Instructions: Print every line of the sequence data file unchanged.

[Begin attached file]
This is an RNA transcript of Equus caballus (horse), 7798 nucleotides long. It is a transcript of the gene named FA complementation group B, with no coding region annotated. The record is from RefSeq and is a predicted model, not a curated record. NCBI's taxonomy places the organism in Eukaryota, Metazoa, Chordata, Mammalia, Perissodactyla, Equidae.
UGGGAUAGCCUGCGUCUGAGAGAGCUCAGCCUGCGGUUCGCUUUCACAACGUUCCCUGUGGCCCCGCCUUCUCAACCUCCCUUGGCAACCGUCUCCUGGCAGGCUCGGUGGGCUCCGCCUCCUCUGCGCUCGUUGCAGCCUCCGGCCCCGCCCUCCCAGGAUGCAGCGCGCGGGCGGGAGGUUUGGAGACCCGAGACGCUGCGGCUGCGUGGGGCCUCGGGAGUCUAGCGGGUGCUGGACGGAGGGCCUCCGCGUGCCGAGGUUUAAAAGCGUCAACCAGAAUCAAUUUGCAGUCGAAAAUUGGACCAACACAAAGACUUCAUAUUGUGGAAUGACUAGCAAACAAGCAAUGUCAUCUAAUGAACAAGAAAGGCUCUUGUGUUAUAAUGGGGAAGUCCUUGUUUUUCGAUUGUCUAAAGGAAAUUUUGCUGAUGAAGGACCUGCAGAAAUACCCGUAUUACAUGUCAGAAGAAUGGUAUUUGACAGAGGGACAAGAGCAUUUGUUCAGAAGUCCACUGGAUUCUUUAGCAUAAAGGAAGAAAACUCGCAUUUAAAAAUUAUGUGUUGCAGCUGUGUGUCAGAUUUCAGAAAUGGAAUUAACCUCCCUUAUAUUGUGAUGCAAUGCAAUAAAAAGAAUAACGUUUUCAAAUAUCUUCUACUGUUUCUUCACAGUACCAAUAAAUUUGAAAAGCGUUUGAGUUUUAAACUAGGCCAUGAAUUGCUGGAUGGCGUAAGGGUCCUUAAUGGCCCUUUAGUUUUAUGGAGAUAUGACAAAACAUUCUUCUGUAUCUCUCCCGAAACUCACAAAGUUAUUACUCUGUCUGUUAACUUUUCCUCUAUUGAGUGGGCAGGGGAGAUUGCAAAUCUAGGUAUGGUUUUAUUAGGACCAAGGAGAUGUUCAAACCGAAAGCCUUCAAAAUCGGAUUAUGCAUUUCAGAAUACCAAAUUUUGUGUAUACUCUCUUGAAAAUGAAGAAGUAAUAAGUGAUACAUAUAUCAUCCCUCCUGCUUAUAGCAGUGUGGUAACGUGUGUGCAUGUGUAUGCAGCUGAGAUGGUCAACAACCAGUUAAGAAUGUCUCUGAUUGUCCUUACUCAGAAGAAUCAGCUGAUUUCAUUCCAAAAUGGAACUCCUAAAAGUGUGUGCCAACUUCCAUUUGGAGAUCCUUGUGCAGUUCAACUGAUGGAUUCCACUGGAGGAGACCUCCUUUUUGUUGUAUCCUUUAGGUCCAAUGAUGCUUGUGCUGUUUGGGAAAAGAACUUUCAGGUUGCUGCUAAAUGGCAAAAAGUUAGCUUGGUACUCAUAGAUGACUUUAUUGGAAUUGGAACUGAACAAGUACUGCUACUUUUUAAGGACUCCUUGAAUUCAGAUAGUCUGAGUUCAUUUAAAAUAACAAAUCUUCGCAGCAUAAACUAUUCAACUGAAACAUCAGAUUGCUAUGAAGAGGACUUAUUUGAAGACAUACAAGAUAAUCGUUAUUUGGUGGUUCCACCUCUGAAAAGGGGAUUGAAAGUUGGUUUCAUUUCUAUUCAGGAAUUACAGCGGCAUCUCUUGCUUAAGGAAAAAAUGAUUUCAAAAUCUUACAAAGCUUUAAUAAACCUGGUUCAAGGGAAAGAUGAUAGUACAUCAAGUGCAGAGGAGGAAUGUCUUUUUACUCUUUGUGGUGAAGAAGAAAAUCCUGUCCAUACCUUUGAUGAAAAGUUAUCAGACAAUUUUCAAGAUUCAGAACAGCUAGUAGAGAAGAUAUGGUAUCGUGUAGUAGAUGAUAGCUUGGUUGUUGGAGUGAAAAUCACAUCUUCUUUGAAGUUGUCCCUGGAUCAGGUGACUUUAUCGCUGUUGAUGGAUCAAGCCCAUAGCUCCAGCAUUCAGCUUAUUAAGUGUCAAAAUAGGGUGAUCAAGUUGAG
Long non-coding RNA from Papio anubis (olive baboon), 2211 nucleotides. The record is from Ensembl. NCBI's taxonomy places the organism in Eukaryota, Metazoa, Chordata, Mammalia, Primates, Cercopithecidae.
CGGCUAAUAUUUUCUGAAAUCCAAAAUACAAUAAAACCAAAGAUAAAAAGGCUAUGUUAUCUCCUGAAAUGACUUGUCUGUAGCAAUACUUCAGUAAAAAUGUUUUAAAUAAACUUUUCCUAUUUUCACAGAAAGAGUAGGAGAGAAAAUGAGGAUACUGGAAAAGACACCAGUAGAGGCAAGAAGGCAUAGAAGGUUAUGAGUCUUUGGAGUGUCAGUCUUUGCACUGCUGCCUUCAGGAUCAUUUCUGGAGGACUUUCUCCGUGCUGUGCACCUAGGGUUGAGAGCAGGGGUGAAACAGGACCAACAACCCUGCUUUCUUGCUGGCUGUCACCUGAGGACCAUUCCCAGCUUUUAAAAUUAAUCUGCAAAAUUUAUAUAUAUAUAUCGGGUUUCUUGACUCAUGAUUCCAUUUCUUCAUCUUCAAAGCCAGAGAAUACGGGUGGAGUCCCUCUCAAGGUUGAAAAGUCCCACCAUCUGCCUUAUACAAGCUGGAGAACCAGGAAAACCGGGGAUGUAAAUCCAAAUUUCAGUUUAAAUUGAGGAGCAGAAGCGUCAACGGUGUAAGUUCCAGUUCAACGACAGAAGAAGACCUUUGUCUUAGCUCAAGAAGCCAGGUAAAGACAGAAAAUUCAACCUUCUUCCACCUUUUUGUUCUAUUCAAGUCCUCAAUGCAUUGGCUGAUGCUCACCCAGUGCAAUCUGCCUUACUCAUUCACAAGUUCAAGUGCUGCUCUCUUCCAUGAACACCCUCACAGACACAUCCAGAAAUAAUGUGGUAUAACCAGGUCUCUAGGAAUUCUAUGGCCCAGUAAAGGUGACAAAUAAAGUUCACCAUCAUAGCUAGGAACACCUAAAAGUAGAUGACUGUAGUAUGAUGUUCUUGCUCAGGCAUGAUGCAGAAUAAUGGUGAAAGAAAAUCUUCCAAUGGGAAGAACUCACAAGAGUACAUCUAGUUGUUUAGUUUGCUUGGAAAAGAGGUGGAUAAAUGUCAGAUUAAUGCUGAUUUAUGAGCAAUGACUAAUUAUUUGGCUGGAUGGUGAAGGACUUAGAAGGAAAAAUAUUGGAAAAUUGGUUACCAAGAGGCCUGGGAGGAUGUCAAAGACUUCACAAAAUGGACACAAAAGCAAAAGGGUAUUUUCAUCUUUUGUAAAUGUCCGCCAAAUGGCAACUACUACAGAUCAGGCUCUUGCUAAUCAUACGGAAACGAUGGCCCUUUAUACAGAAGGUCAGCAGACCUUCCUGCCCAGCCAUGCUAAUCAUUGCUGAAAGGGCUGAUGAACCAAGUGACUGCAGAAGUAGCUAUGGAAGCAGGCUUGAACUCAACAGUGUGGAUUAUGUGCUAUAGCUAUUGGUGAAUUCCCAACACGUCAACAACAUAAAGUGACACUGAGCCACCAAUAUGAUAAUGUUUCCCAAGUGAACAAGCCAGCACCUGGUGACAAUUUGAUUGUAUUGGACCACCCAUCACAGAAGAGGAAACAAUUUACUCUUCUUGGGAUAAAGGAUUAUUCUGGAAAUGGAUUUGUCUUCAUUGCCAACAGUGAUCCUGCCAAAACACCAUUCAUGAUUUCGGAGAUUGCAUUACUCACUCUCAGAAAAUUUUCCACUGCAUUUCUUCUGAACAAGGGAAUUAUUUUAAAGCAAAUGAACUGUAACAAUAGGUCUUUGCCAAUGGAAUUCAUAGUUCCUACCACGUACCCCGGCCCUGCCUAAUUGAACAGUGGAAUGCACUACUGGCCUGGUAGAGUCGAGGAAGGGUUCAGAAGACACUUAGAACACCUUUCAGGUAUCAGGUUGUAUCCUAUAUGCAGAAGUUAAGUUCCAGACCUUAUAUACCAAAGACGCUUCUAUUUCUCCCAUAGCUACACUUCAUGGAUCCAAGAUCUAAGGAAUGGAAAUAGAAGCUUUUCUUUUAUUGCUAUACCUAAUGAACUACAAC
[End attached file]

This is an RNA transcript of Equus caballus (horse), 7798 nucleotides long. It is a transcript of the gene named FA complementation group B, with no coding region annotated. The record is from RefSeq and is a predicted model, not a curated record. NCBI's taxonomy places the organism in Eukaryota, Metazoa, Chordata, Mammalia, Perissodactyla, Equidae.
UGGGAUAGCCUGCGUCUGAGAGAGCUCAGCCUGCGGUUCGCUUUCACAACGUUCCCUGUGGCCCCGCCUUCUCAACCUCCCUUGGCAACCGUCUCCUGGCAGGCUCGGUGGGCUCCGCCUCCUCUGCGCUCGUUGCAGCCUCCGGCCCCGCCCUCCCAGGAUGCAGCGCGCGGGCGGGAGGUUUGGAGACCCGAGACGCUGCGGCUGCGUGGGGCCUCGGGAGUCUAGCGGGUGCUGGACGGAGGGCCUCCGCGUGCCGAGGUUUAAAAGCGUCAACCAGAAUCAAUUUGCAGUCGAAAAUUGGACCAACACAAAGACUUCAUAUUGUGGAAUGACUAGCAAACAAGCAAUGUCAUCUAAUGAACAAGAAAGGCUCUUGUGUUAUAAUGGGGAAGUCCUUGUUUUUCGAUUGUCUAAAGGAAAUUUUGCUGAUGAAGGACCUGCAGAAAUACCCGUAUUACAUGUCAGAAGAAUGGUAUUUGACAGAGGGACAAGAGCAUUUGUUCAGAAGUCCACUGGAUUCUUUAGCAUAAAGGAAGAAAACUCGCAUUUAAAAAUUAUGUGUUGCAGCUGUGUGUCAGAUUUCAGAAAUGGAAUUAACCUCCCUUAUAUUGUGAUGCAAUGCAAUAAAAAGAAUAACGUUUUCAAAUAUCUUCUACUGUUUCUUCACAGUACCAAUAAAUUUGAAAAGCGUUUGAGUUUUAAACUAGGCCAUGAAUUGCUGGAUGGCGUAAGGGUCCUUAAUGGCCCUUUAGUUUUAUGGAGAUAUGACAAAACAUUCUUCUGUAUCUCUCCCGAAACUCACAAAGUUAUUACUCUGUCUGUUAACUUUUCCUCUAUUGAGUGGGCAGGGGAGAUUGCAAAUCUAGGUAUGGUUUUAUUAGGACCAAGGAGAUGUUCAAACCGAAAGCCUUCAAAAUCGGAUUAUGCAUUUCAGAAUACCAAAUUUUGUGUAUACUCUCUUGAAAAUGAAGAAGUAAUAAGUGAUACAUAUAUCAUCCCUCCUGCUUAUAGCAGUGUGGUAACGUGUGUGCAUGUGUAUGCAGCUGAGAUGGUCAACAACCAGUUAAGAAUGUCUCUGAUUGUCCUUACUCAGAAGAAUCAGCUGAUUUCAUUCCAAAAUGGAACUCCUAAAAGUGUGUGCCAACUUCCAUUUGGAGAUCCUUGUGCAGUUCAACUGAUGGAUUCCACUGGAGGAGACCUCCUUUUUGUUGUAUCCUUUAGGUCCAAUGAUGCUUGUGCUGUUUGGGAAAAGAACUUUCAGGUUGCUGCUAAAUGGCAAAAAGUUAGCUUGGUACUCAUAGAUGACUUUAUUGGAAUUGGAACUGAACAAGUACUGCUACUUUUUAAGGACUCCUUGAAUUCAGAUAGUCUGAGUUCAUUUAAAAUAACAAAUCUUCGCAGCAUAAACUAUUCAACUGAAACAUCAGAUUGCUAUGAAGAGGACUUAUUUGAAGACAUACAAGAUAAUCGUUAUUUGGUGGUUCCACCUCUGAAAAGGGGAUUGAAAGUUGGUUUCAUUUCUAUUCAGGAAUUACAGCGGCAUCUCUUGCUUAAGGAAAAAAUGAUUUCAAAAUCUUACAAAGCUUUAAUAAACCUGGUUCAAGGGAAAGAUGAUAGUACAUCAAGUGCAGAGGAGGAAUGUCUUUUUACUCUUUGUGGUGAAGAAGAAAAUCCUGUCCAUACCUUUGAUGAAAAGUUAUCAGACAAUUUUCAAGAUUCAGAACAGCUAGUAGAGAAGAUAUGGUAUCGUGUAGUAGAUGAUAGCUUGGUUGUUGGAGUGAAAAUCACAUCUUCUUUGAAGUUGUCCCUGGAUCAGGUGACUUUAUCGCUGUUGAUGGAUCAAGCCCAUAGCUCCAGCAUUCAGCUUAUUAAGUGUCAAAAUAGGGUGAUCAAGUUGAG
Long non-coding RNA from Papio anubis (olive baboon), 2211 nucleotides. The record is from Ensembl. NCBI's taxonomy places the organism in Eukaryota, Metazoa, Chordata, Mammalia, Primates, Cercopithecidae.
CGGCUAAUAUUUUCUGAAAUCCAAAAUACAAUAAAACCAAAGAUAAAAAGGCUAUGUUAUCUCCUGAAAUGACUUGUCUGUAGCAAUACUUCAGUAAAAAUGUUUUAAAUAAACUUUUCCUAUUUUCACAGAAAGAGUAGGAGAGAAAAUGAGGAUACUGGAAAAGACACCAGUAGAGGCAAGAAGGCAUAGAAGGUUAUGAGUCUUUGGAGUGUCAGUCUUUGCACUGCUGCCUUCAGGAUCAUUUCUGGAGGACUUUCUCCGUGCUGUGCACCUAGGGUUGAGAGCAGGGGUGAAACAGGACCAACAACCCUGCUUUCUUGCUGGCUGUCACCUGAGGACCAUUCCCAGCUUUUAAAAUUAAUCUGCAAAAUUUAUAUAUAUAUAUCGGGUUUCUUGACUCAUGAUUCCAUUUCUUCAUCUUCAAAGCCAGAGAAUACGGGUGGAGUCCCUCUCAAGGUUGAAAAGUCCCACCAUCUGCCUUAUACAAGCUGGAGAACCAGGAAAACCGGGGAUGUAAAUCCAAAUUUCAGUUUAAAUUGAGGAGCAGAAGCGUCAACGGUGUAAGUUCCAGUUCAACGACAGAAGAAGACCUUUGUCUUAGCUCAAGAAGCCAGGUAAAGACAGAAAAUUCAACCUUCUUCCACCUUUUUGUUCUAUUCAAGUCCUCAAUGCAUUGGCUGAUGCUCACCCAGUGCAAUCUGCCUUACUCAUUCACAAGUUCAAGUGCUGCUCUCUUCCAUGAACACCCUCACAGACACAUCCAGAAAUAAUGUGGUAUAACCAGGUCUCUAGGAAUUCUAUGGCCCAGUAAAGGUGACAAAUAAAGUUCACCAUCAUAGCUAGGAACACCUAAAAGUAGAUGACUGUAGUAUGAUGUUCUUGCUCAGGCAUGAUGCAGAAUAAUGGUGAAAGAAAAUCUUCCAAUGGGAAGAACUCACAAGAGUACAUCUAGUUGUUUAGUUUGCUUGGAAAAGAGGUGGAUAAAUGUCAGAUUAAUGCUGAUUUAUGAGCAAUGACUAAUUAUUUGGCUGGAUGGUGAAGGACUUAGAAGGAAAAAUAUUGGAAAAUUGGUUACCAAGAGGCCUGGGAGGAUGUCAAAGACUUCACAAAAUGGACACAAAAGCAAAAGGGUAUUUUCAUCUUUUGUAAAUGUCCGCCAAAUGGCAACUACUACAGAUCAGGCUCUUGCUAAUCAUACGGAAACGAUGGCCCUUUAUACAGAAGGUCAGCAGACCUUCCUGCCCAGCCAUGCUAAUCAUUGCUGAAAGGGCUGAUGAACCAAGUGACUGCAGAAGUAGCUAUGGAAGCAGGCUUGAACUCAACAGUGUGGAUUAUGUGCUAUAGCUAUUGGUGAAUUCCCAACACGUCAACAACAUAAAGUGACACUGAGCCACCAAUAUGAUAAUGUUUCCCAAGUGAACAAGCCAGCACCUGGUGACAAUUUGAUUGUAUUGGACCACCCAUCACAGAAGAGGAAACAAUUUACUCUUCUUGGGAUAAAGGAUUAUUCUGGAAAUGGAUUUGUCUUCAUUGCCAACAGUGAUCCUGCCAAAACACCAUUCAUGAUUUCGGAGAUUGCAUUACUCACUCUCAGAAAAUUUUCCACUGCAUUUCUUCUGAACAAGGGAAUUAUUUUAAAGCAAAUGAACUGUAACAAUAGGUCUUUGCCAAUGGAAUUCAUAGUUCCUACCACGUACCCCGGCCCUGCCUAAUUGAACAGUGGAAUGCACUACUGGCCUGGUAGAGUCGAGGAAGGGUUCAGAAGACACUUAGAACACCUUUCAGGUAUCAGGUUGUAUCCUAUAUGCAGAAGUUAAGUUCCAGACCUUAUAUACCAAAGACGCUUCUAUUUCUCCCAUAGCUACACUUCAUGGAUCCAAGAUCUAAGGAAUGGAAAUAGAAGCUUUUCUUUUAUUGCUAUACCUAAUGAACUACAAC